22 Jun 205: THE intensity of Philip Larkin’s poetic genius was matched only by his political bile. Immigrants were scum; prisoners were swine; trade-unions were filthy moneygrubbers. But this lack of charity, together with the author’s mistress-strewn life and scornful views on religion ("It's absolute balls," he said on reading the Bible. "Beautiful, of course. But balls."), are now being overlooked by the Dean of Westminster. Larkin, it was announced last week, will soon have a flagstone at Poets’ Corner in Westminster Abbey, near the tombs of fellow literary luminaries Geoffrey Chaucer, Charles Dickens and the memorial of Ted Hughes.

  • Chaucer, the first poet to be buried in Poets’ Corner, may be regarded as the greatest poet of the Middle Ages, but Larkin’s attitude to him was more mocking than reverential. As an undergraduate at Oxford, he drew satirical cartoons to poke fun at "The Canterbury Tales", in which he said, “we do not find any great striving towards artistic greatness.” He found Chaucer too sanguine, too lacking in “tragic intensity" to have written "Macbeth”. A few years later, while hurrying down a dusty narrow stack in a library, he chanced upon “an anonymous book of drivel dated 1895”, which, he said maliciously, he’d “sooner pore over than over Chaucer, Spenser, Shakespeare, Milton, Dryden, Pope, Blake, Keats, Shelley, Byron or AE (George Russell).”
  • He was far ruder about Dickens, whose “queer names, queer characters”, “aggressive rhythms”, and “piling on of adjectives,” was like a spur to his spleen. Larkin’s reading habits were irrevocably shaped by his father, whose excellent library contained “the principal works of most main English writers” with the curious exception of Dickens. “He cannot be considered a real writer at all; not a real novelist,” Larkin wrote to Monica Jones. “His is the garish, gaslit, melodramatic barn where the yokels gape.” As for the Victorian novelist’s “irrepressible vitality,” Larkin wasn’t impressed. “It strikes me as being less ebullient, creative, vital, than hectic, nervy, panic-stricken…How serenely Trollope, for instance, compares.”
  • But he didn't let this soften his unfavourable view of Dickens. He dismissed Herman Melville’s "Moby-Dick" as “fishy Dickens”, and in 1955 he mused, “As for people who may come to mean more to me—Dickens perhaps? I don’t think so.” Not surprisingly, he felt rather smug on discovering that Samuel Butler, a novelist he admired, was equally sniffy about Dickens. “Apparently Handel is buried next to Dickens in W. Abbey!” he wrote to Monica. “B disapproves of this. Of course B is rather a nasty old woman in some ways, but I always liked him.”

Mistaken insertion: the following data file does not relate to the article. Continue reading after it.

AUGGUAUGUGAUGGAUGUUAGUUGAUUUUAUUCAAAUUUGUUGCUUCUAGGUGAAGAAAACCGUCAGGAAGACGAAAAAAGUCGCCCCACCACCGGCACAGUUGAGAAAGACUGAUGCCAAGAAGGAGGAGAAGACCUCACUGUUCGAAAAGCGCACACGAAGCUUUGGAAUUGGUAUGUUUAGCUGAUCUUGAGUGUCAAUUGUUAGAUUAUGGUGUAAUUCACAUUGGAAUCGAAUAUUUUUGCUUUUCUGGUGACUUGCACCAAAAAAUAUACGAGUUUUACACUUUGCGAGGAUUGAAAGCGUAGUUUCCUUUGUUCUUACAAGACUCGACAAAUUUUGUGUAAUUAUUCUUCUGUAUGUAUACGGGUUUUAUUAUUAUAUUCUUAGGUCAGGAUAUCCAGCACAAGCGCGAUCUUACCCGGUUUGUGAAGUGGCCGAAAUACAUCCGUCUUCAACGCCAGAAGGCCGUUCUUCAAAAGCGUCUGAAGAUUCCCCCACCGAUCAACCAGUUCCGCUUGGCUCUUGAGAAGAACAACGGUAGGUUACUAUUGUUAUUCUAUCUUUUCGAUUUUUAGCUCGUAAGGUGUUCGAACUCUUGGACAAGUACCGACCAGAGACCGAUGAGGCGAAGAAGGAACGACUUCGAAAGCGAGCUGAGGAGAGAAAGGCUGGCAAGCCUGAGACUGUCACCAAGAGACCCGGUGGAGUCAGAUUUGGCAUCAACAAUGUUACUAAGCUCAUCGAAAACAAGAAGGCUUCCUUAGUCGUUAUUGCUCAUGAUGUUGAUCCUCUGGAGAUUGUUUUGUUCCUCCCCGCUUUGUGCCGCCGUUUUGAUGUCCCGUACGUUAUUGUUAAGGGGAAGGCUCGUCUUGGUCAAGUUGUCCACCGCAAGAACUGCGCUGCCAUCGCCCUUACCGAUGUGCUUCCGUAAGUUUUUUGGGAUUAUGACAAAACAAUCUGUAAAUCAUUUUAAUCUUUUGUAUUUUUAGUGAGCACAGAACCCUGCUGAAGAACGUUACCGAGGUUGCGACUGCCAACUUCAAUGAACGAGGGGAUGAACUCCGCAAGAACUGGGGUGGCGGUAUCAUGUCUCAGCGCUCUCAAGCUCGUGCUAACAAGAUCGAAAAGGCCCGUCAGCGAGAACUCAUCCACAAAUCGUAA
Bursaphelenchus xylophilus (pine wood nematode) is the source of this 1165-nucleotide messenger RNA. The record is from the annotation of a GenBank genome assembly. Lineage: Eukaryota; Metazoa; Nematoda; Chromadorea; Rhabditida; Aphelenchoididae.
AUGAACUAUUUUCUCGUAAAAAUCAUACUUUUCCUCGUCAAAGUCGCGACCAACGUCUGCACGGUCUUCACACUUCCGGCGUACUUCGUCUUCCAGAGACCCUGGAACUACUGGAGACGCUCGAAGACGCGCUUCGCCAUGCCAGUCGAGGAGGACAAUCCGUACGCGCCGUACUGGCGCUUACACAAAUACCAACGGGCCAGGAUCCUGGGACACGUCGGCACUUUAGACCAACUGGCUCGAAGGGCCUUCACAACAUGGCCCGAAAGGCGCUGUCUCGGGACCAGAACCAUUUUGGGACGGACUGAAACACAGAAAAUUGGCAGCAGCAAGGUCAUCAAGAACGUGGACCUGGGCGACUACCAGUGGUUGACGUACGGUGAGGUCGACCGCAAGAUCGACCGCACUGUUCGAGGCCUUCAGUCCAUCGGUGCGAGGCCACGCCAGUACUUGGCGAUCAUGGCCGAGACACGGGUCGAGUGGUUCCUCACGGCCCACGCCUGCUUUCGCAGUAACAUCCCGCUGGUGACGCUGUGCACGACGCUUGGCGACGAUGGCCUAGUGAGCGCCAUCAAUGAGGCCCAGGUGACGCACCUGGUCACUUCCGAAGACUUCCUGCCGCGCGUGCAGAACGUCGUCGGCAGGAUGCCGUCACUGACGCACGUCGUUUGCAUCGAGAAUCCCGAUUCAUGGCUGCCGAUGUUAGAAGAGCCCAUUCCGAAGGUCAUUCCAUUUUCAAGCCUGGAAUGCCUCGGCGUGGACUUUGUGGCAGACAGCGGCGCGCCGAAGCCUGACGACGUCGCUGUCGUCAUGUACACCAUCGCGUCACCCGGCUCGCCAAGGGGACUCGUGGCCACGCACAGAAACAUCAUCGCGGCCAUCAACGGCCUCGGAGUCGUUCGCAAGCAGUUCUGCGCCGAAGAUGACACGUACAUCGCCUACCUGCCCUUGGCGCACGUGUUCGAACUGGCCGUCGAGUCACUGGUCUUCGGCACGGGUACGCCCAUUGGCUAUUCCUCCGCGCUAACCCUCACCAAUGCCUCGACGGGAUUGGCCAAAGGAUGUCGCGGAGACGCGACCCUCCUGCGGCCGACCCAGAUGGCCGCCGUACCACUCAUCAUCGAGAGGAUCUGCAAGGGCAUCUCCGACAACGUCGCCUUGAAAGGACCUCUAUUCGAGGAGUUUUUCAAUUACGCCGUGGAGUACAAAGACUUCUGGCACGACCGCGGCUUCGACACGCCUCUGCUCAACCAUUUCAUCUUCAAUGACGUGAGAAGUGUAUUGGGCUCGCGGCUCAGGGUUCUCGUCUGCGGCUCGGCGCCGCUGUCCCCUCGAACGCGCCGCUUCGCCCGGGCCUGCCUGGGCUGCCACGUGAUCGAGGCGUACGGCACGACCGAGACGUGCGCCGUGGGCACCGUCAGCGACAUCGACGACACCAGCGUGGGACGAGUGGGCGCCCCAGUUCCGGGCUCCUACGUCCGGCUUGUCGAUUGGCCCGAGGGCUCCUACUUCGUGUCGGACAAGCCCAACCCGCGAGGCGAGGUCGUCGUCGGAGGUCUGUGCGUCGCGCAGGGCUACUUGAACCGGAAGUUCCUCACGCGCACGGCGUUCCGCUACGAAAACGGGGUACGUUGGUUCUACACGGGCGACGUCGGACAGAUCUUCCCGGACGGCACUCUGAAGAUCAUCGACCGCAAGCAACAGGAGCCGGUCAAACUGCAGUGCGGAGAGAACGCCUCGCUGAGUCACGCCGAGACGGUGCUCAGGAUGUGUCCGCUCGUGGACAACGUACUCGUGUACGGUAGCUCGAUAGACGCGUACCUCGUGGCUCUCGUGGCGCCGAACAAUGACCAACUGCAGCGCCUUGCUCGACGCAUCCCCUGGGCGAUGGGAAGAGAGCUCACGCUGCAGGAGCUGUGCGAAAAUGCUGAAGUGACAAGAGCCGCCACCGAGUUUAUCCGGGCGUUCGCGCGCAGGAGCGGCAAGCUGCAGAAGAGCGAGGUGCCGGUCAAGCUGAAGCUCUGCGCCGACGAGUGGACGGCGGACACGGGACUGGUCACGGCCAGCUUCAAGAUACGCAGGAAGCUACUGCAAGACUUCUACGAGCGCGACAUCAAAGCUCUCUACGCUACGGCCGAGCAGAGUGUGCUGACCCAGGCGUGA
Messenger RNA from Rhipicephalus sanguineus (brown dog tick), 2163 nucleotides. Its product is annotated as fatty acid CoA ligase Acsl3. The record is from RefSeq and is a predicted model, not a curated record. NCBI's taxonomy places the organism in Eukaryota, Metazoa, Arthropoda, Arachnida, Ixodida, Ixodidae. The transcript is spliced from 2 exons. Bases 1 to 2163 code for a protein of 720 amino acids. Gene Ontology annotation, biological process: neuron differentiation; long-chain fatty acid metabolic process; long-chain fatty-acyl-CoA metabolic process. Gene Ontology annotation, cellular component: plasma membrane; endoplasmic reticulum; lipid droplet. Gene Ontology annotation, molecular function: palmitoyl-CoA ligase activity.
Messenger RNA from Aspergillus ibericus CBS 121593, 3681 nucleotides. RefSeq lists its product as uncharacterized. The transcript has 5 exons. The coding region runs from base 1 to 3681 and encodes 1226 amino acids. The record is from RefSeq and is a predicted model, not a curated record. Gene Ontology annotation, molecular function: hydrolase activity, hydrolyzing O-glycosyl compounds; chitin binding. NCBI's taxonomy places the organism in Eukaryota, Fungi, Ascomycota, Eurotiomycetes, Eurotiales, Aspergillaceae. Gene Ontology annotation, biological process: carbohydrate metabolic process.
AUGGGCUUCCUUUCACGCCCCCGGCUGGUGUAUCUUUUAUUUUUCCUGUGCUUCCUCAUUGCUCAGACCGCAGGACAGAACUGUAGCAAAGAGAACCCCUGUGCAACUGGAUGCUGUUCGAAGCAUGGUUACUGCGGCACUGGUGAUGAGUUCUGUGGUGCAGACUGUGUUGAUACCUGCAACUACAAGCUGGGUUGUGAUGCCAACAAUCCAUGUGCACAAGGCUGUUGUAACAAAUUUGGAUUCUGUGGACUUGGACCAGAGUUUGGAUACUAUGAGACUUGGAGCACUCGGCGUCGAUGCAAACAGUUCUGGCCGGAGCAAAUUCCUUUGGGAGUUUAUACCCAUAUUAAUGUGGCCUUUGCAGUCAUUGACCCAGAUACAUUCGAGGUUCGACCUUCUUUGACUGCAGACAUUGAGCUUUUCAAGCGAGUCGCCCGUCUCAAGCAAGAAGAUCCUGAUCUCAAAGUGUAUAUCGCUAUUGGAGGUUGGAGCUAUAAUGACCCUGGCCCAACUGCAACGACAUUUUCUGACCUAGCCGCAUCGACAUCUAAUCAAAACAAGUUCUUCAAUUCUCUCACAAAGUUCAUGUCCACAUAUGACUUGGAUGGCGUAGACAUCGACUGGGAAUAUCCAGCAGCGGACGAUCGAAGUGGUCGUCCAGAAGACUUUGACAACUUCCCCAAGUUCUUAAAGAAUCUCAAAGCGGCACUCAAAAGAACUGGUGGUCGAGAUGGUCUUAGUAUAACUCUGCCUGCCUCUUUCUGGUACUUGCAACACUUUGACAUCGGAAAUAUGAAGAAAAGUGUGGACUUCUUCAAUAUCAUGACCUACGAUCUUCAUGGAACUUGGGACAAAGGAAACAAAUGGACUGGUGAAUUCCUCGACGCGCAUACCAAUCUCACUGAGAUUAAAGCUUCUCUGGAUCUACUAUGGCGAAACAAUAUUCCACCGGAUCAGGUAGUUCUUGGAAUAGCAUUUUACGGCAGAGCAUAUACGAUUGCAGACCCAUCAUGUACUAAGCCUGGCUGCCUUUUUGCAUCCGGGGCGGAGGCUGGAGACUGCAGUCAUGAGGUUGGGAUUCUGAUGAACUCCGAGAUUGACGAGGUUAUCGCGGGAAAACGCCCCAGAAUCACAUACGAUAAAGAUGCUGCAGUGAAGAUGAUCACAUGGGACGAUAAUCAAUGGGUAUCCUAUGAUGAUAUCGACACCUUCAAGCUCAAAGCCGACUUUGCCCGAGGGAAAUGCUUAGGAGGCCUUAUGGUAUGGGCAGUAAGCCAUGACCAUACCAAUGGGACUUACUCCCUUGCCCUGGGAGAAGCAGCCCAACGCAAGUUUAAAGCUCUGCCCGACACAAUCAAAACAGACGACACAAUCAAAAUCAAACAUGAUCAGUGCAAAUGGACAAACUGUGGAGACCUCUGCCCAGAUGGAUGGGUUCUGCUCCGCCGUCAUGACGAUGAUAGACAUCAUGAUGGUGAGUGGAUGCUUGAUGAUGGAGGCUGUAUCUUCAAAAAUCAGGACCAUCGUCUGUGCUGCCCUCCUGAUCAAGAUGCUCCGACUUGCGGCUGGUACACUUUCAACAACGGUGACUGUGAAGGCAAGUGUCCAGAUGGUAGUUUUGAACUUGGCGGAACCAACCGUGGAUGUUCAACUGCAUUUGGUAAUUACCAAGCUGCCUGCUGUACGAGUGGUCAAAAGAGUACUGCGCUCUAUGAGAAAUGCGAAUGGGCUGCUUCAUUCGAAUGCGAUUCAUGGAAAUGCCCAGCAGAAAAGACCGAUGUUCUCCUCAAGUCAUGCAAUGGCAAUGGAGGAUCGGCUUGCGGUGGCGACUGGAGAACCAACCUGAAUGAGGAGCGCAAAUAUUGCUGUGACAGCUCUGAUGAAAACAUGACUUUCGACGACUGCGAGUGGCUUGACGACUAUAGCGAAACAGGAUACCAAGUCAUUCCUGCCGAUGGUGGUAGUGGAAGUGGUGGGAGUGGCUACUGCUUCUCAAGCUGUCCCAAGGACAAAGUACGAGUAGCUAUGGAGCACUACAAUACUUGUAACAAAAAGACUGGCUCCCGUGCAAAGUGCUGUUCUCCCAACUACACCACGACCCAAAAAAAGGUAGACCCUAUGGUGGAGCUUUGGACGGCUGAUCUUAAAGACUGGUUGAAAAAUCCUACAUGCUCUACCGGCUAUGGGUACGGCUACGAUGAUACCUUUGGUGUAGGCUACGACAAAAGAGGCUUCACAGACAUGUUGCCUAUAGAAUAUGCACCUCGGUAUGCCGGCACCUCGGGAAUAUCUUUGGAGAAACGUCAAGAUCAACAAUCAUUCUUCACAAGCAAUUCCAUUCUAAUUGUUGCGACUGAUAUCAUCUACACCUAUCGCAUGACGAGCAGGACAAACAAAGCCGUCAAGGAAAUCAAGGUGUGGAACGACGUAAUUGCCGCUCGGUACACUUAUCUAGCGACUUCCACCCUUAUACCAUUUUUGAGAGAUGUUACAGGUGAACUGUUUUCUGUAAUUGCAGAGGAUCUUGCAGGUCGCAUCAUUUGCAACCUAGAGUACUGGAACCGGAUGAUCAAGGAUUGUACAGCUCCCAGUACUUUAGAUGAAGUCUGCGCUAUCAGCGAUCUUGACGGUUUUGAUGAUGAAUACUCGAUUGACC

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Jun 24, 15

Dear Madam, I am only one, only one, only one. Only one being, one at the same time. Not two, not three, only one. Only one life to live, only sixty minutes in one hour. Only one pair of eyes. Only one brain. Only one being. Being only one, having only one pair of eyes, having only one time, having only one life, I cannot read your M.S. three or four times. Not even one time. Only one look, only one look is enough. Hardly one copy would sell here. Hardly one. Hardly one. Many thanks. I am returning the M.S. by registered post. Only one M.S. by one post.

  • Below, we've excerpted the letter from Bad Days in History: A Gleefully Grim Chronicle of Misfortune, Mayhem, and Misery for Every Day of the Year by Michael Farquhar, published April 21, 2015 (National Geographic):
  • 1912 A Snub Is a Snub Is a Snub

    The acclaimed but often impenetrable author Gertrude Stein received the following rejection letter -- cruelly mocking her eclectic writing style -- from London publisher Arthur C. Field, dated April 19, 1912:

  • Dear Madam, I am only one, only one, only one. Only one being, one at the same time. Not two, not three, only one. Only one life to live, only sixty minutes in one hour. Only one pair of eyes. Only one brain. Only one being. Being only one, having only one pair of eyes, having only one time, having only one life, I cannot read your M.S. three or four times. Not even one time. Only one look, only one look is enough. Hardly one copy would sell here. Hardly one. Hardly one. Many thanks. I am returning the M.S. by registered post. Only one M.S. by one post.
Jun 23, 15

Two - YES TWO - matching manifolds for one low price! The Moebius Scarf works symbiotically with the matching Klein Bottle Hat to keep you toasty warm. Each is one-sided, but together, they protect both your outside and your inside from the chilly winds of winter. Cliff Stoll